Illawarra Mercury Between the Lines Right the injustices in Timor - Australian and United States policies towards Indonesia have long been quite close, both countries supporting the Suharto dictatorship, including its illegal seizure of East Timor.
Both helped protect the Suharto regime against allegations of war crimes.
However, many Americans, including congressmen, mostly Democrats, have long condemned this support.
Barack Obama comes to the presidency with unusual links with Indonesia.
He spent his early childhood on the outskirts of Jakarta, between 1967 and 1971, when his mother moved there following the breakdown of her first marriage.
Obama romped in the streets of Jakarta with other Indonesian children until moving to Hawaii to live with his grandmother.
Though a critic of the Suharto dictatorship, he clearly has a soft spot for Indonesia and supports President Susilo Bambang Yudhoyono and the shift to democracy.
Obama's victory excited Indonesians and he now has an active fan club in Jakarta. Clearly, Indonesia is a special country to him, and Jakarta is among the capitals to be visited by Hillary Clinton on her first Asian tour in a few days' time.
Clinton will be welcomed, but there are some dark clouds ahead.
Many US congressmen and leading human rights organisations want something done about the military link.
For one, they would like some action in relation to those generals responsible for crimes against humanity in East Timor and West Papua, including those indicted by the UN mission in East Timor.
How can American rejoice at the execution of Saddam Hussein and his cronies while the officers responsible for hundred of summary killings are enjoying an utterly unjustified immunity?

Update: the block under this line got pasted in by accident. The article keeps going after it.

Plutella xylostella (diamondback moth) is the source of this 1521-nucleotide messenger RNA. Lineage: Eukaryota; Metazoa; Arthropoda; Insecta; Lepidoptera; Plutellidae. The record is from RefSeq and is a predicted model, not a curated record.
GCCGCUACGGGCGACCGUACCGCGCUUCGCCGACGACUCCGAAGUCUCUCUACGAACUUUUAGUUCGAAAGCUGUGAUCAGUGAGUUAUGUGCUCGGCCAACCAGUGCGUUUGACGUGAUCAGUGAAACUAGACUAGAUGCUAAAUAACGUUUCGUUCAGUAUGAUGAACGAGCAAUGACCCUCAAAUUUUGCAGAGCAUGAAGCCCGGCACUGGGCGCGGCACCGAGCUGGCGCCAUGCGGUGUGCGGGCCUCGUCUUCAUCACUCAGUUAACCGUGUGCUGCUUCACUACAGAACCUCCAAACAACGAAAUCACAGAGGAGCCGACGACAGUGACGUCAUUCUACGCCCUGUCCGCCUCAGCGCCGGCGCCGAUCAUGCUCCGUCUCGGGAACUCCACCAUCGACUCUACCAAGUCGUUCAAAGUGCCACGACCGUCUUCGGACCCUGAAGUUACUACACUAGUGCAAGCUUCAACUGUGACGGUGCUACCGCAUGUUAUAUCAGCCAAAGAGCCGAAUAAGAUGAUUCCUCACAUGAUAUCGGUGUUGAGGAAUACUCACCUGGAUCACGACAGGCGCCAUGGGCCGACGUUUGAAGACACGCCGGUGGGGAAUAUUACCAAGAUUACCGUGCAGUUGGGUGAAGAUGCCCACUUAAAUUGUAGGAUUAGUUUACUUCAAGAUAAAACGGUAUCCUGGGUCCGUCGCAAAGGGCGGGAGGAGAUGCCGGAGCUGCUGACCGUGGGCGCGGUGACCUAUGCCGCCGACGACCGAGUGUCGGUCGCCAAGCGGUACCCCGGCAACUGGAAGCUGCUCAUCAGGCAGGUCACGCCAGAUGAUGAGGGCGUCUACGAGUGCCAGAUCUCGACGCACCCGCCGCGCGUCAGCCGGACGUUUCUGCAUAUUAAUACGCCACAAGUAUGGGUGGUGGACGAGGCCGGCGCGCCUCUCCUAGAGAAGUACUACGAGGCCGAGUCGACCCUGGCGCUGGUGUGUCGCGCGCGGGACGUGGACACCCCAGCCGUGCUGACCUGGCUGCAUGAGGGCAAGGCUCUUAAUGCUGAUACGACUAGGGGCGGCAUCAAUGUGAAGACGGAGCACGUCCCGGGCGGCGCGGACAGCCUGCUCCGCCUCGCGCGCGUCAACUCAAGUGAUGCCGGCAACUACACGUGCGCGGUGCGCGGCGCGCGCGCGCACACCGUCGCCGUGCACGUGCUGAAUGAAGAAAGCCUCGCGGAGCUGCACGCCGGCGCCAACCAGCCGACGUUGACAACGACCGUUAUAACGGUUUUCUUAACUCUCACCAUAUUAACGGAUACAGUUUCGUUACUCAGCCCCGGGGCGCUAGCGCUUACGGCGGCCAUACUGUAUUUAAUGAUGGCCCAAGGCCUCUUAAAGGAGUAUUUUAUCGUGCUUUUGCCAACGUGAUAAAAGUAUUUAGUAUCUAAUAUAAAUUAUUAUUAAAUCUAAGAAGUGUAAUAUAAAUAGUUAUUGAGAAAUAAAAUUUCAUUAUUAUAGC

The Indonesian generals continue to enjoy an immunity that has been tacitly endorsed by our governments, which decided that too much pressure on Indonesia would destabilise the fledgling democracy.
However, this is the wrong way to look at this problem if we want to see a functioning democracy emerge from the ashes of the Suharto dictatorship.
Ignoring these past crimes is tantamount to condoning the brutal culture that developed under Suharto.
Of course, as officials point out, East Timorese leaders now want to put the past behind them. True, but they have abandoned demands for an international tribunal only because they knew the Howard and Bush governments would not support the calls.
As my readers will know, this is something that burns within me, because I am one of those who investigated hundreds of cases of torture and mass killing of innocent people.
In a way, our governments were accomplices, for they discouraged international human rights investigations.
They also supported the lies from the likes of Ali Alatas (later given an Order of Australia) when the Timor situation came up for debate in the UN.
Our lapse was not confined to Timor. We also failed to express any concern when, after 1965, more than half a million communists were killed and tens of thousands of others incarcerated in prison camps because of their politics, not their intentions.
James Dunn is an author with four decades of experience as a foreign affairs official and with UN agencies.
1999 East Timor Crimes Against Humanity
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